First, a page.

Baba and Mehera’s Dining Room Cupboard
As many of you know, beginning on the 27th of January the roofs over Baba’s dining room, bathing room and Mehera-Mani’s mori (washroom) will be reconstructed by the same international team that renovated the roofs over Baba’s and Mehera-Mani’s rooms last March and April. Naturally, because of this construction, these rooms have to be completely emptied—an activity that has been going on for some weeks now. The most important task in the dining room is the removal and packing up of the contents of the cupboard in which dearest Mehera kept all the cups, saucers and utensils for Baba’s use. Before each item was packed thoroughly in bubble-wrap, it was photographed for the permanent record. Some of the more touching and precious items are pictured in this story.
An overview of the cupboard’s interior showing all the cups, plates, bowls, and silverware used for and by Beloved Baba.
This is a small tea cup used by Dr. Goher for giving Baba His favourite Hewlitt’s Mixture. He took this for the chronic indigestion which resulted from all the fasting He had done in earlier years.
In the foreground you can see small pottery watis (bowls) used by Baba. In the background is the grater which Mehera would use to grate Baba’s apples.
This is Baba’s feeding cup. It would be used when He was unable to sit up properly to drink fluids. You can see that through much use the handle has broken off.
These knives are from a set that Elizabeth Patterson had brought from the US and given to Baba for His use during the earlier days at Meherabad.
And this is a view of various utensils used by Baba. They were stored in the cupboard in an old aluminum ice tray. Everything was put to use in Baba’s household—even old ice trays.
As they didn’t have easy access to drinking straws during Baba’s life, the women mandali would improvise and use various sizes of plastic tubing. These plastic straws were used by Baba to drink fluids from this glass bottle.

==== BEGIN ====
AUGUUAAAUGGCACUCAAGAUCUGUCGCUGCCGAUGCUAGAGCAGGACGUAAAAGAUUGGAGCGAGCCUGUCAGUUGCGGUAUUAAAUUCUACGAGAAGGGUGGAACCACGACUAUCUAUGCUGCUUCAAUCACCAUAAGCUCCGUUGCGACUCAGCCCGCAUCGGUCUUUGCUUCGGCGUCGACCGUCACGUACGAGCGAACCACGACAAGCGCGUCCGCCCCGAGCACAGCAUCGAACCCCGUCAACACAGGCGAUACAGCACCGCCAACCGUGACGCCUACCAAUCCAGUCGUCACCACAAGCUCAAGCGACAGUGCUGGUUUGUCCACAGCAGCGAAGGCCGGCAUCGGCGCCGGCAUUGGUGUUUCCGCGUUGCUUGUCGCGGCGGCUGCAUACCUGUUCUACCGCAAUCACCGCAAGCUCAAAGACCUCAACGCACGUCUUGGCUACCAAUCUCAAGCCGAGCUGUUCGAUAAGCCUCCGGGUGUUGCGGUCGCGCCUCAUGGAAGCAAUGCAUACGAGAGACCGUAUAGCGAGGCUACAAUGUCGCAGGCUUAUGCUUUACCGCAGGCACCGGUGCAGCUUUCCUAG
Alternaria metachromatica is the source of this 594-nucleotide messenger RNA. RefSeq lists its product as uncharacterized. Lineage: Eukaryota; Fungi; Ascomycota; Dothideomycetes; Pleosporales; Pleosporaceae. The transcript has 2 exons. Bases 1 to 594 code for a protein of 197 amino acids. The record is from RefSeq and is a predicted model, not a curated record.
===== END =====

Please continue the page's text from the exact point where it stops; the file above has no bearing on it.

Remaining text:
In India it is customary to inscribe one’s name on aluminum and stainless steel vessels. You see pictured a small bowl or wati, as it is called here, that was inscribed with Baba’s and Mehera’s names and the date 1966. This wati was used by them both.
This is a much-used small cotton child’s bib. We don’t know the actual history, but there are many such small pieces of cloth which were used for various purposes by the women mandali for Him.
Meherazad will be closed from 27th January through 6th February for Amartithi. During that time the roof team will come to Meherazad ready to begin preparations for their reconstruction project. Meherazad will again open for one day, on the 7th of February, Beloved Baba’s interment day, and then on the 8th, the roof repair work will begin in earnest. By that time all of Baba’s precious items from each of the rooms will be safely packed and stored away to be replaced in April when the roofing project will be complete.
—Shelley Marrich for Avatar Meher Baba Trust, 28 January 2016